My alarm goes off at 7.30am — I’ve had four hours’ sleep. But rather than feel grumpy, as I would at home, my first thought is for that poor mare and foal we saw on the lorry last night. I wonder where they are.
We’re back at the staging post by 10.30am, and spend the morning hanging around in case another lorry comes in, but it doesn’t.
Slovenia gets proactive
This afternoon we drive over the border to Slovenia (which takes two minutes) to meet with Slovenia veterinary inspector Mladen Tomsic. Mladen runs a mobile unit of three vets who do random checks on animal transporters.
He explains to us that it was set up in 2004 when Slovenia joined the EU:
“When Slovenia entered the EU, border stations ceased to work and animals were being transported the whole way across Europe, with Slovenia at the end of this,” he says. “It is a large transit country and we saw the worst cases — animals that had died of thirst, hunger, many injuries.”
The vets have the powers of police to pull lorries over, to check they are in working order, that the animals they are carrying are healthy and all their documentation.
Sadly, he admits the lorries who don’t comply with EU rules re-route via Austria, and that they can’t stay in one place for long, because the drivers are all in radio-contact with each other, and send out warnings if they’re pulled over.
Thursday is a busy day for horses passing through the country: our Slovenian translator, Urska, passed six horse trucks on the way to meet us.
Inspections in progress
We follow Mladen and his colleagues as they work. At a motorway junction, they pull over two trucks — one a four-decker carrying 700 lambs. It is compliant and goes on its way. Then a horse truck, with 19 horses from Poland, on its way to do a 24-hour rest stop in Northern Italy. They are checked and waved on.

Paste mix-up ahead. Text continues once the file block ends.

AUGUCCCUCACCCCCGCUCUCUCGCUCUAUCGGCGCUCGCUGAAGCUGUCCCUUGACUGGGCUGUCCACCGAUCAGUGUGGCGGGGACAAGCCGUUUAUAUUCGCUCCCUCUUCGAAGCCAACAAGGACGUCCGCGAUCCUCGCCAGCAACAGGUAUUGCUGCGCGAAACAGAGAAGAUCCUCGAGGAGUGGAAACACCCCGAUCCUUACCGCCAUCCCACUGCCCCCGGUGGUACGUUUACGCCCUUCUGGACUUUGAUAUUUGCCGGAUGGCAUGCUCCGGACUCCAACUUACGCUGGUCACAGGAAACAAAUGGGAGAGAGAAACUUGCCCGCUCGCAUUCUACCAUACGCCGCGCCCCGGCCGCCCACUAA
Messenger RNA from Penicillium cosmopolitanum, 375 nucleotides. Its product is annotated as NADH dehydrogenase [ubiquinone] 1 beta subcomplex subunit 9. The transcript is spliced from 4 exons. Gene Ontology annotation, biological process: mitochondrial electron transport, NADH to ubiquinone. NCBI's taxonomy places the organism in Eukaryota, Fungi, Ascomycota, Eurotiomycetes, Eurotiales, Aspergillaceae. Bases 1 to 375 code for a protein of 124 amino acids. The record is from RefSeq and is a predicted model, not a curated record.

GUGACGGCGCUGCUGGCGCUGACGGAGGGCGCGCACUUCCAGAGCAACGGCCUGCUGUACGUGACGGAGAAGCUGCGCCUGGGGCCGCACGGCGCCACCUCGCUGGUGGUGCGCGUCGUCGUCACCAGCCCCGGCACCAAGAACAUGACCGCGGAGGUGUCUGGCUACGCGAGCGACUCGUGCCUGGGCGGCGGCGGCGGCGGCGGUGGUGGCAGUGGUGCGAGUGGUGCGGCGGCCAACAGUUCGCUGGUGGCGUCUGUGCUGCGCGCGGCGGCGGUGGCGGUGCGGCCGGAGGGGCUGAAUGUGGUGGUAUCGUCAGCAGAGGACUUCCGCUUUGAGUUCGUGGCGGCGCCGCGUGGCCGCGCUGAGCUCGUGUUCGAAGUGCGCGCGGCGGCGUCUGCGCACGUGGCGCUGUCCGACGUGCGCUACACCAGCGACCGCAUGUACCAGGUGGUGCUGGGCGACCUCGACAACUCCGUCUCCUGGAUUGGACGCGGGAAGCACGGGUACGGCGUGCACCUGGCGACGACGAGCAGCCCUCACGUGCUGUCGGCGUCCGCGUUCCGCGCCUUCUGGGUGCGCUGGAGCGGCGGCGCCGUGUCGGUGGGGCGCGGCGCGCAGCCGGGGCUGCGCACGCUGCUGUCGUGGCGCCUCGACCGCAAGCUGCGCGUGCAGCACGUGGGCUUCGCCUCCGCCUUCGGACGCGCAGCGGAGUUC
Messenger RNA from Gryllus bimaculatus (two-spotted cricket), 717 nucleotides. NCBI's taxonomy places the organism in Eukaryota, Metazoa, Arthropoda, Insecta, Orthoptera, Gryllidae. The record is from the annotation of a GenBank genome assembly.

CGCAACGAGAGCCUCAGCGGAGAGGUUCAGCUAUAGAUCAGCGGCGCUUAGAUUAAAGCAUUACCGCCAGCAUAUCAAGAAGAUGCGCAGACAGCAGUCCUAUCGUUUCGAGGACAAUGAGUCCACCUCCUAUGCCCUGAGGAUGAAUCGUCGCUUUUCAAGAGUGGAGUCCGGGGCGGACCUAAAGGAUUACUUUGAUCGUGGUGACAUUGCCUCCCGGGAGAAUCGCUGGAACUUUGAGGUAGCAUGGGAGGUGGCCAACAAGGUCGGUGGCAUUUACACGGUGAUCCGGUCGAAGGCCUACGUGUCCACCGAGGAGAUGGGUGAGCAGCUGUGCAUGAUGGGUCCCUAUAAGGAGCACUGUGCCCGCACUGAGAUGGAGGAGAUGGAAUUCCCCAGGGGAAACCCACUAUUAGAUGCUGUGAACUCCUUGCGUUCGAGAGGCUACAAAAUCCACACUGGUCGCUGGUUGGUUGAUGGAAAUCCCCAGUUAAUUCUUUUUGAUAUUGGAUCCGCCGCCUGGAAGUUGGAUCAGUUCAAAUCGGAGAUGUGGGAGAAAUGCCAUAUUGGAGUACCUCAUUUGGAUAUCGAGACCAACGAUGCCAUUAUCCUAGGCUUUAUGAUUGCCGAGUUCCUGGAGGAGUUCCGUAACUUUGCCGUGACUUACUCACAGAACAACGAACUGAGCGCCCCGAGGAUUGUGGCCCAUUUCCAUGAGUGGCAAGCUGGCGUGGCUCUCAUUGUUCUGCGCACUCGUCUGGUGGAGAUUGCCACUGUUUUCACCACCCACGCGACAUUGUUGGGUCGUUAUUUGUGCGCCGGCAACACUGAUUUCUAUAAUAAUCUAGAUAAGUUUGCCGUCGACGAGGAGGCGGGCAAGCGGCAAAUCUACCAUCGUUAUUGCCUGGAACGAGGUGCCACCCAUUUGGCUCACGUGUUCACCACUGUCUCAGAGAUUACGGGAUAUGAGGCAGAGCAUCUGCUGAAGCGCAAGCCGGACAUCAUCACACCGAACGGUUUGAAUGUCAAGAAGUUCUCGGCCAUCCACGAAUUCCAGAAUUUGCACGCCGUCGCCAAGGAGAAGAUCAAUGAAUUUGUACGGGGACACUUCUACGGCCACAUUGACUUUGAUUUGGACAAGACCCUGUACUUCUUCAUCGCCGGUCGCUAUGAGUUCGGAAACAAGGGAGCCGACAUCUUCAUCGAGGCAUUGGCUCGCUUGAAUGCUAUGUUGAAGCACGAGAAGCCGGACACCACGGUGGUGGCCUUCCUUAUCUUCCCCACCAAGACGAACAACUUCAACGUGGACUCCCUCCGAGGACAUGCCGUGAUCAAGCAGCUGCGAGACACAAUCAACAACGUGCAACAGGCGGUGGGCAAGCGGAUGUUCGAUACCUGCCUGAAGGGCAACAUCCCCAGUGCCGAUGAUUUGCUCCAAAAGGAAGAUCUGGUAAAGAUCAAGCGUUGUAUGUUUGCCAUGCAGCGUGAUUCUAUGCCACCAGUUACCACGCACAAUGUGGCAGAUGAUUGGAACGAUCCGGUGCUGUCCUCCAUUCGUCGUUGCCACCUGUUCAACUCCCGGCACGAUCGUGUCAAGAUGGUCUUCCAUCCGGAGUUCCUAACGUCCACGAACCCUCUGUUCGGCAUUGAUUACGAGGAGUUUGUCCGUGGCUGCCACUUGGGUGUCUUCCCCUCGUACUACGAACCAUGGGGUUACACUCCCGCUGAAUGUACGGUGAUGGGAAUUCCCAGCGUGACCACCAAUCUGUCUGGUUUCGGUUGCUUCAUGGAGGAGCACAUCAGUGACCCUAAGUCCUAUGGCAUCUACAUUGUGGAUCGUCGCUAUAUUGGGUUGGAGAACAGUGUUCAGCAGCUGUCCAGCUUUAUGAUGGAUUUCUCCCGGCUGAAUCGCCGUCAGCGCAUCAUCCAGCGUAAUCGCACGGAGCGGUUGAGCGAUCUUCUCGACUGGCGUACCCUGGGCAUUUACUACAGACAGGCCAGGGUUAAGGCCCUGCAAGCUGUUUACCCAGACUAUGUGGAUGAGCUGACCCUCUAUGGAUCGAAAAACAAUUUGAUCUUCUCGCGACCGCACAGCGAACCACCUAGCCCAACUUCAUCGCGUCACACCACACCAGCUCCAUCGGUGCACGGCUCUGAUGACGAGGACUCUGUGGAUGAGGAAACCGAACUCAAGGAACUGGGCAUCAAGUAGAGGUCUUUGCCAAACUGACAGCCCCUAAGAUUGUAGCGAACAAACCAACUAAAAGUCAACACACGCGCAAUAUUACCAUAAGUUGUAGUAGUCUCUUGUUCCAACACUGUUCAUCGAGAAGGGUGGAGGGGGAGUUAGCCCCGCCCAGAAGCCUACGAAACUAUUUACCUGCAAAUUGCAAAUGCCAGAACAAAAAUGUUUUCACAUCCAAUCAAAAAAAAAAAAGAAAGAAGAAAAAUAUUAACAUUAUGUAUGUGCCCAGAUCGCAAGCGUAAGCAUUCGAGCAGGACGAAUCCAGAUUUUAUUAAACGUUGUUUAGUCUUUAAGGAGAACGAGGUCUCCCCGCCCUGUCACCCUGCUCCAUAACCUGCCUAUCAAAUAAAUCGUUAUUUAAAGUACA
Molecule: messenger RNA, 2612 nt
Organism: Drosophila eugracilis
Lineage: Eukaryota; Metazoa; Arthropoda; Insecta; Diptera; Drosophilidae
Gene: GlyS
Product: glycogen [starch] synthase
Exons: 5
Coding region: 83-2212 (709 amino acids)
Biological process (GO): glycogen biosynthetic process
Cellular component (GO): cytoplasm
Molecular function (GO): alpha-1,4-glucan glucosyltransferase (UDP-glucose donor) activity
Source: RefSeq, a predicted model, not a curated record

Then we move on, to sit by a roundabout in a village. Five minutes goes past before a Polish horse truck comes past. There are 20 horses on board, and they should have a bucket each. Water should be given to them via hosepipes from a tank on the roof, but the vets find two stalls without buckets and another has a cracked hosepipe.
The drivers open the back and one climbs over the back of the horses to put the two extra buckets in.
I watch in absolute horror as one horse goes berserk. The lorry, heavy as it is, rocks from side to side, and as the sound of kicking, scrabbling and panic grows stronger my heart jumps, my hands go up to my face in horror.
I look at Jo, tears in my eyes — her face says it all. This happens.
At the mercy of humankind
Long after the driver has climbed out the horse continues to panic — it just wants to get out of the lorry and this situation — it seems so symbolic to me. These horses can’t do anything about their plight — they are completely at our mercy.
The drivers catch sight of us filming from a distance — they clearly don’t like it and I feel a bit nervous.
Afterwards, Mladen explains the drivers were issued a €400 fine which they paid on the spot — and if they’re caught with malfunctioning watering equipment again the penalty will be more severe.
We drive on, subdued, through Slovenia towards Ljubliana. Just before we’re due to pull off the motorway, having driven fast for three hours, we finally catch up with the horse lorry. It was driving at 90kmph — we overtake and film it as it passes. The driver hoots at us — again I’m nervous they’ll recognise the car in Italy.
We’re shattered and in bed by 10pm.